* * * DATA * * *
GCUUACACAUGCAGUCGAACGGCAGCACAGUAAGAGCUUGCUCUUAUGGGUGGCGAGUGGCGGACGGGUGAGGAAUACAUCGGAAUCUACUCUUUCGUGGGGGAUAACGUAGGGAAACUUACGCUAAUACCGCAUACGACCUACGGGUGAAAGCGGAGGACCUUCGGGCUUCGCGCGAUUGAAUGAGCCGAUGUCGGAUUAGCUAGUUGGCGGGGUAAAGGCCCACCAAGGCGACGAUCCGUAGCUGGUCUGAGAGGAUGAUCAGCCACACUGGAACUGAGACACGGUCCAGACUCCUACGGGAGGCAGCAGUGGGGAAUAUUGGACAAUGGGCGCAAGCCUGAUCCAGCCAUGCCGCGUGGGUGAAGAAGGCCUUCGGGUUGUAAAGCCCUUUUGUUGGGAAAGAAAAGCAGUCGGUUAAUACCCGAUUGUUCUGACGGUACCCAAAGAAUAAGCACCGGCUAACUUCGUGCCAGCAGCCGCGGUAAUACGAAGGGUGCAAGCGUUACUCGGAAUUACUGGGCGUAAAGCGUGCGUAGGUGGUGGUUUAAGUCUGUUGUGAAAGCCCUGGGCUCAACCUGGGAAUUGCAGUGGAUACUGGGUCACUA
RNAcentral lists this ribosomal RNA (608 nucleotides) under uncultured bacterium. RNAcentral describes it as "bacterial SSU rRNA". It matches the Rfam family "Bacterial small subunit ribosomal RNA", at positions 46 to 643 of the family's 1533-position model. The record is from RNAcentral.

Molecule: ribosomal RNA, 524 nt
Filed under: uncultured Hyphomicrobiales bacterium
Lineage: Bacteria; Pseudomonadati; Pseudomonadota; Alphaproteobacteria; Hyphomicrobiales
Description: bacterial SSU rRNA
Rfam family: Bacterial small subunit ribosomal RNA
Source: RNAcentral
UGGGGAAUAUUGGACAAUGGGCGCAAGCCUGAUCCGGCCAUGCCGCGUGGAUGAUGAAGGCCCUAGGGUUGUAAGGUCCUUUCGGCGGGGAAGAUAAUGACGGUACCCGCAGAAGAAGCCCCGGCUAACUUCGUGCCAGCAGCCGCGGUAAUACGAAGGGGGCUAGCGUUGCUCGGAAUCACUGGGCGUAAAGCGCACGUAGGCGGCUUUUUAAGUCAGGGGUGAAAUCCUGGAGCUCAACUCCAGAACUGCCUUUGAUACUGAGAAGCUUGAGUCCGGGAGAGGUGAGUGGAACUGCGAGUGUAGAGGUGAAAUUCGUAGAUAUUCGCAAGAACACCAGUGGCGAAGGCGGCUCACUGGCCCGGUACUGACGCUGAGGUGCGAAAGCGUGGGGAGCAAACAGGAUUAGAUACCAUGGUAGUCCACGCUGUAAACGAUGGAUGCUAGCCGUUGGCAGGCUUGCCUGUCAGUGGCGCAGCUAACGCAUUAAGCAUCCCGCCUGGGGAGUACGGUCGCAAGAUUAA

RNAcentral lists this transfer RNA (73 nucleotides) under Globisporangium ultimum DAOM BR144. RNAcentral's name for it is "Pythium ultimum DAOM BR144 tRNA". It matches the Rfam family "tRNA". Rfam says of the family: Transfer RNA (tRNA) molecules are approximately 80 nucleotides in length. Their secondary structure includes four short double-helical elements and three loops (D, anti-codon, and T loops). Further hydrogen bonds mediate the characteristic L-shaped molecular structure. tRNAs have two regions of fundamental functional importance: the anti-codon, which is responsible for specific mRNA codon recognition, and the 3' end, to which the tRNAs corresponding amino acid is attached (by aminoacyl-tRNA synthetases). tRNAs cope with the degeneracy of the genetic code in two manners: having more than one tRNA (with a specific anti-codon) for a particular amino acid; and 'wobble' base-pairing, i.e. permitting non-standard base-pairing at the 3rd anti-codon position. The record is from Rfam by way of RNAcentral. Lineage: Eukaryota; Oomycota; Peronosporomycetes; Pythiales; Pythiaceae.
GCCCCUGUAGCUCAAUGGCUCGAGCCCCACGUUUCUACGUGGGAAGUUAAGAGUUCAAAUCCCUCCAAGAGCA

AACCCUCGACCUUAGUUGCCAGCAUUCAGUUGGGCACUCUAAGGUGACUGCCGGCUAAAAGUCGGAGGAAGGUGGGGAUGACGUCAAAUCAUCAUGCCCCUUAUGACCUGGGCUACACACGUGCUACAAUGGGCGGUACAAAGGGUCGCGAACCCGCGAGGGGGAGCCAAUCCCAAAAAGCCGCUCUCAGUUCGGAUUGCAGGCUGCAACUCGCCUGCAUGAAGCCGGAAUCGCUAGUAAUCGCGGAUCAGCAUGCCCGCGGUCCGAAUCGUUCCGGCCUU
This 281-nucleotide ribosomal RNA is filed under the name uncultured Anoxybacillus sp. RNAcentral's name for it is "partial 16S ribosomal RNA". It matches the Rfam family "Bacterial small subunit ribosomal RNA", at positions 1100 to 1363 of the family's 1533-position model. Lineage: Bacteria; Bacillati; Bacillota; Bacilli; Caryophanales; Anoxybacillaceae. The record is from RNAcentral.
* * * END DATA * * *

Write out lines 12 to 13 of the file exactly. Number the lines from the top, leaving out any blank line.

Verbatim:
AACCCUCGACCUUAGUUGCCAGCAUUCAGUUGGGCACUCUAAGGUGACUGCCGGCUAAAAGUCGGAGGAAGGUGGGGAUGACGUCAAAUCAUCAUGCCCCUUAUGACCUGGGCUACACACGUGCUACAAUGGGCGGUACAAAGGGUCGCGAACCCGCGAGGGGGAGCCAAUCCCAAAAAGCCGCUCUCAGUUCGGAUUGCAGGCUGCAACUCGCCUGCAUGAAGCCGGAAUCGCUAGUAAUCGCGGAUCAGCAUGCCCGCGGUCCGAAUCGUUCCGGCCUU
This 281-nucleotide ribosomal RNA is filed under the name uncultured Anoxybacillus sp. RNAcentral's name for it is "partial 16S ribosomal RNA". It matches the Rfam family "Bacterial small subunit ribosomal RNA", at positions 1100 to 1363 of the family's 1533-position model. Lineage: Bacteria; Bacillati; Bacillota; Bacilli; Caryophanales; Anoxybacillaceae. The record is from RNAcentral.